This Holiday Weekend, Don’t Take a Holiday From Safety

The buzz of excitement is becoming palpable. Maryland workers and families smell a long holiday weekend in the air. Come the end of Friday, most of us will be clocking out for a three-day weekend commemorating Memorial Day.

Along with holiday weekends comes travel for many. Roads not only can be busier and traffic more frustrating, but there is also the increased risk that holiday celebrations lead to more drunk drivers on the roads. Traffic safety advocates note how following even just one piece of simple advice could save more than 50 lives in Maryland this year.

If every person in every vehicle buckled their seat belt every time they are in the car, fewer lives would be lost here every year. It doesn’t get much easier than grabbing one’s seat belt strap and buckling up. Yet, every day, there are people who fail to take that basic step to protect not just their own lives, but the lives of other motorists.

Last year, unbelted vehicle occupants made up 36 percent of traffic fatalities. How many of those crash victims might still be alive if they had been wearing their seat belts? It is an emotionally complex question to ponder for those who are living with the loss of someone whom they know could be alive today if they’d buckled up.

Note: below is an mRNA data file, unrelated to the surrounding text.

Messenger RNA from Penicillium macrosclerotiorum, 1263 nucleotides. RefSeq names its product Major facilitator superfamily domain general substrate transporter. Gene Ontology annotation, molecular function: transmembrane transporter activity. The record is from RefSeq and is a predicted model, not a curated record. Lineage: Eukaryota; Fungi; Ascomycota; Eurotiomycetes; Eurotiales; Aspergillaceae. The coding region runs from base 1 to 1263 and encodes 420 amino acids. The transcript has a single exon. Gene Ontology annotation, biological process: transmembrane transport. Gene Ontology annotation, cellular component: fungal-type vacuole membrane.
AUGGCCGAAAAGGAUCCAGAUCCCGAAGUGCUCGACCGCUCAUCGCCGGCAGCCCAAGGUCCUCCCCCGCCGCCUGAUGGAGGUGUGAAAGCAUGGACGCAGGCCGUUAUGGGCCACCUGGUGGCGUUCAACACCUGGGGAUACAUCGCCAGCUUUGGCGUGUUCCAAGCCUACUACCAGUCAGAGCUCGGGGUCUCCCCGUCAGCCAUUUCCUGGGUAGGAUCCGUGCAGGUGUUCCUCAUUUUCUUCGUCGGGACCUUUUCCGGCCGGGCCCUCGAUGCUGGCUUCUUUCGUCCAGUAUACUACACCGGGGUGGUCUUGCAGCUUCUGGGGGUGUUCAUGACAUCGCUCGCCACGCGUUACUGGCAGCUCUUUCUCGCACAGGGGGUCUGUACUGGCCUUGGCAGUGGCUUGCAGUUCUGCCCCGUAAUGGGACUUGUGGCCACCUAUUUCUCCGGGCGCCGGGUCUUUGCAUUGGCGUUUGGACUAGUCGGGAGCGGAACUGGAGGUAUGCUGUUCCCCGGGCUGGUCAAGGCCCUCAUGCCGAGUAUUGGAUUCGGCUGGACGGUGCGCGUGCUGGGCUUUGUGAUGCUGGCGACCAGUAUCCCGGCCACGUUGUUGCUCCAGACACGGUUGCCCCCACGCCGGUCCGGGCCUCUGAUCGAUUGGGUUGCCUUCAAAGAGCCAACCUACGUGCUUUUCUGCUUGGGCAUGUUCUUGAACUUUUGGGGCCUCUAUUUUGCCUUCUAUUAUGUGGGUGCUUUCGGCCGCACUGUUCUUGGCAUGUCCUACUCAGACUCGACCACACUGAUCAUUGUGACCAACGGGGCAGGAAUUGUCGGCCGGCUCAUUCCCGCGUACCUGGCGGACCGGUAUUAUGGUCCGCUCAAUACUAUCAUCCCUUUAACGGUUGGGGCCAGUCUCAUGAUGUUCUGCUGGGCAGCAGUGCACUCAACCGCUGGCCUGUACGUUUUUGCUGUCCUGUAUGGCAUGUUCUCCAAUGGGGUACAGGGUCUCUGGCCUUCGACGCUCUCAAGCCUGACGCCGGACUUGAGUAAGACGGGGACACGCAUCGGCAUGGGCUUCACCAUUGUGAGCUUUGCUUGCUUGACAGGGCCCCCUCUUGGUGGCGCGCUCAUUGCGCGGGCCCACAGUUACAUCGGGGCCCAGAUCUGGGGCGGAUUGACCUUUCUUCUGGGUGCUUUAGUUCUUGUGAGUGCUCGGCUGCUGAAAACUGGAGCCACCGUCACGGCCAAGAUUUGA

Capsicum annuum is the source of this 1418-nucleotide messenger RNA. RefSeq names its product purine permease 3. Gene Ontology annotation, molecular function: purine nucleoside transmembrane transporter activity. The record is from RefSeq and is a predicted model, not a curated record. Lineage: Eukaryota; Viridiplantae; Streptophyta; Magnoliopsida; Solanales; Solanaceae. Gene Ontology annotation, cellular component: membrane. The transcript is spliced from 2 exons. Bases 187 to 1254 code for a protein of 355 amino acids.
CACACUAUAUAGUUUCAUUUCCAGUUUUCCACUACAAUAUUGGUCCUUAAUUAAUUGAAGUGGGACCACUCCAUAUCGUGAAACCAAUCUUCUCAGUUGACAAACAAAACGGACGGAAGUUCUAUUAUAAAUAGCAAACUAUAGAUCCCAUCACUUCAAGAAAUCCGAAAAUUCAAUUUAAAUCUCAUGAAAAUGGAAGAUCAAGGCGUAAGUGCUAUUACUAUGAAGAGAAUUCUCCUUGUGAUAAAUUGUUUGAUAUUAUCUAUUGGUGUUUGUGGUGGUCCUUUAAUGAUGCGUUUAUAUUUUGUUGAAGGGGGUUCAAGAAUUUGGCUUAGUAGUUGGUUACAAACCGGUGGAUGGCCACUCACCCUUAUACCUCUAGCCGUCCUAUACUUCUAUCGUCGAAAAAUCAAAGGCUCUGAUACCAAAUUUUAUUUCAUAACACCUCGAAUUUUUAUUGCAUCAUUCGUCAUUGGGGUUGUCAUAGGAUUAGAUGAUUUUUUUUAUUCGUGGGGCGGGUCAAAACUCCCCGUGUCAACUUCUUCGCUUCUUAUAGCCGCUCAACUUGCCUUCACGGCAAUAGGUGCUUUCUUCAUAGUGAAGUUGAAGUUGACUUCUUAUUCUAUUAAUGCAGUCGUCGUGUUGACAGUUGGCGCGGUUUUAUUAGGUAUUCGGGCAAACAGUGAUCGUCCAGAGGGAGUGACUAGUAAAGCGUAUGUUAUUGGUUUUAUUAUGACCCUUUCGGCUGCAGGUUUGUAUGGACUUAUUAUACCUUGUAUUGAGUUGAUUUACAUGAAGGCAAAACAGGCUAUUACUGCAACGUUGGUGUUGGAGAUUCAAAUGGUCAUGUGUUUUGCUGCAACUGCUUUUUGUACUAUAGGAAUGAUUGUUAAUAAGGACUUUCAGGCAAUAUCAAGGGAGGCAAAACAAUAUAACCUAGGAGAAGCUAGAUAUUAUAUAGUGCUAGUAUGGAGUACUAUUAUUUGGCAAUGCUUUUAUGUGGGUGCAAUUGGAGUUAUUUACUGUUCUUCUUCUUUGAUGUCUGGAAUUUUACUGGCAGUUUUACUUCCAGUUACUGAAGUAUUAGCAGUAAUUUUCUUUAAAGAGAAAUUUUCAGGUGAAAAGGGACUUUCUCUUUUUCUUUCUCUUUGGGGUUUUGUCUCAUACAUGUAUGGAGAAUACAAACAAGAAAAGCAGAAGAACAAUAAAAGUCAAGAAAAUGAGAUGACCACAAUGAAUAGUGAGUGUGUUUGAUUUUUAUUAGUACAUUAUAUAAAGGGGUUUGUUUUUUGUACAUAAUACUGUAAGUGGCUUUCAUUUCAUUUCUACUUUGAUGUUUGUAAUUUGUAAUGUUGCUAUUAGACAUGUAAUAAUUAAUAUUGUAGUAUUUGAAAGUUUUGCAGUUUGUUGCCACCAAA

As you and your family pack your car on Friday, maybe for a weekend-long trip to a lake place or a day-trip to visit family, don’t forget that seat belts are more important than remembering to pack the perfect swimsuit or lawn game. History shows that crashes do happen — often due to the hands of others. A personal injury attorney can help you hold a reckless driver accountable when they’ve caused you harm and loss.

You can try to mitigate the damage that others could cause, however, by using a seat belt and requiring that everyone in the vehicle buckles up. A backseat is dangerous too, and lives of those filling those backseats are just as valuable as those in the front. Even a successful lawsuit can’t undo the needless loss of a loved one and the regret one might feel for not demanding the use of seat belts in their car.

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